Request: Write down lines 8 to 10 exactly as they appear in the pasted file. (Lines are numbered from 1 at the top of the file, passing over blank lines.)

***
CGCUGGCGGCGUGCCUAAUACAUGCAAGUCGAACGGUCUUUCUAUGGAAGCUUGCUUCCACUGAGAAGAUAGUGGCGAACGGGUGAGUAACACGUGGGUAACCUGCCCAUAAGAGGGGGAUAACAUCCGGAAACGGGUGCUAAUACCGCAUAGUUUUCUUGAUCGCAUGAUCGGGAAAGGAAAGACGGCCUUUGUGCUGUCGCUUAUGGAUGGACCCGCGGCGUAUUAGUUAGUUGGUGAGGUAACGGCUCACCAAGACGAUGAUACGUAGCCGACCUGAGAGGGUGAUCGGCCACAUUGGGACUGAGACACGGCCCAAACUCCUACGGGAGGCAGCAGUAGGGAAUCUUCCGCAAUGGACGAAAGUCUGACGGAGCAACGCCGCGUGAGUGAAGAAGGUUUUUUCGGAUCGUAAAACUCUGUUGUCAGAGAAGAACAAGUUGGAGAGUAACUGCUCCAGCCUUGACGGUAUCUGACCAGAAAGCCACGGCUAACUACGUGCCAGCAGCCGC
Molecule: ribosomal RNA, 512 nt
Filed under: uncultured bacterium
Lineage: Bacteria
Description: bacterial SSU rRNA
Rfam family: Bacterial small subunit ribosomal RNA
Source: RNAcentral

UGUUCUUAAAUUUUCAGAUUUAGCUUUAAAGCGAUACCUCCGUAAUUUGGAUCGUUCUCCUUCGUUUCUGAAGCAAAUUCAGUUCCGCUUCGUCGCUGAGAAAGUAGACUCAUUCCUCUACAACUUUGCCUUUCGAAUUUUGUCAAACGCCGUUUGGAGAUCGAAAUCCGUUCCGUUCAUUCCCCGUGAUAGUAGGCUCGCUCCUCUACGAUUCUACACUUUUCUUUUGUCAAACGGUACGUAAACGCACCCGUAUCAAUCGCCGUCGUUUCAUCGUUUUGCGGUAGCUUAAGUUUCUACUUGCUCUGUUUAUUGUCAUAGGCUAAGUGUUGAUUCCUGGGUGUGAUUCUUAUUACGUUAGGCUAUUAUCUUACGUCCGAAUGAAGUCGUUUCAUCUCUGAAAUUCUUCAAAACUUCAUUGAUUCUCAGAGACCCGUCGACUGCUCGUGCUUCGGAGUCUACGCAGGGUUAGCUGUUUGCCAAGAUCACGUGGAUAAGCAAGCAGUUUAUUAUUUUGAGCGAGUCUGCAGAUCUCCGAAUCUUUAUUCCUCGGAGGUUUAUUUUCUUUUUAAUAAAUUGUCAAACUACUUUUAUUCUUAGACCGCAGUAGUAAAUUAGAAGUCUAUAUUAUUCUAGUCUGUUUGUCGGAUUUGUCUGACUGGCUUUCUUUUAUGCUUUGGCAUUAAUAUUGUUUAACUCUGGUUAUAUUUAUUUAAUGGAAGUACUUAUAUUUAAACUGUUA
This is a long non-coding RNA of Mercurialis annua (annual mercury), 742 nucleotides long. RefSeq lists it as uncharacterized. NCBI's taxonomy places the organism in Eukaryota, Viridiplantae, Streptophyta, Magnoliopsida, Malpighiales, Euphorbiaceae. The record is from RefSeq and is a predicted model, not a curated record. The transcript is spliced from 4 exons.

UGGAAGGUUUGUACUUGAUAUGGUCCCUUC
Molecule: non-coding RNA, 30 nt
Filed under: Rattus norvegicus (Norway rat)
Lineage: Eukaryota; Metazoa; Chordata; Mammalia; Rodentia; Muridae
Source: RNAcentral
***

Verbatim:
UGUUCUUAAAUUUUCAGAUUUAGCUUUAAAGCGAUACCUCCGUAAUUUGGAUCGUUCUCCUUCGUUUCUGAAGCAAAUUCAGUUCCGCUUCGUCGCUGAGAAAGUAGACUCAUUCCUCUACAACUUUGCCUUUCGAAUUUUGUCAAACGCCGUUUGGAGAUCGAAAUCCGUUCCGUUCAUUCCCCGUGAUAGUAGGCUCGCUCCUCUACGAUUCUACACUUUUCUUUUGUCAAACGGUACGUAAACGCACCCGUAUCAAUCGCCGUCGUUUCAUCGUUUUGCGGUAGCUUAAGUUUCUACUUGCUCUGUUUAUUGUCAUAGGCUAAGUGUUGAUUCCUGGGUGUGAUUCUUAUUACGUUAGGCUAUUAUCUUACGUCCGAAUGAAGUCGUUUCAUCUCUGAAAUUCUUCAAAACUUCAUUGAUUCUCAGAGACCCGUCGACUGCUCGUGCUUCGGAGUCUACGCAGGGUUAGCUGUUUGCCAAGAUCACGUGGAUAAGCAAGCAGUUUAUUAUUUUGAGCGAGUCUGCAGAUCUCCGAAUCUUUAUUCCUCGGAGGUUUAUUUUCUUUUUAAUAAAUUGUCAAACUACUUUUAUUCUUAGACCGCAGUAGUAAAUUAGAAGUCUAUAUUAUUCUAGUCUGUUUGUCGGAUUUGUCUGACUGGCUUUCUUUUAUGCUUUGGCAUUAAUAUUGUUUAACUCUGGUUAUAUUUAUUUAAUGGAAGUACUUAUAUUUAAACUGUUA
This is a long non-coding RNA of Mercurialis annua (annual mercury), 742 nucleotides long. RefSeq lists it as uncharacterized. NCBI's taxonomy places the organism in Eukaryota, Viridiplantae, Streptophyta, Magnoliopsida, Malpighiales, Euphorbiaceae. The record is from RefSeq and is a predicted model, not a curated record. The transcript is spliced from 4 exons.

UGGAAGGUUUGUACUUGAUAUGGUCCCUUC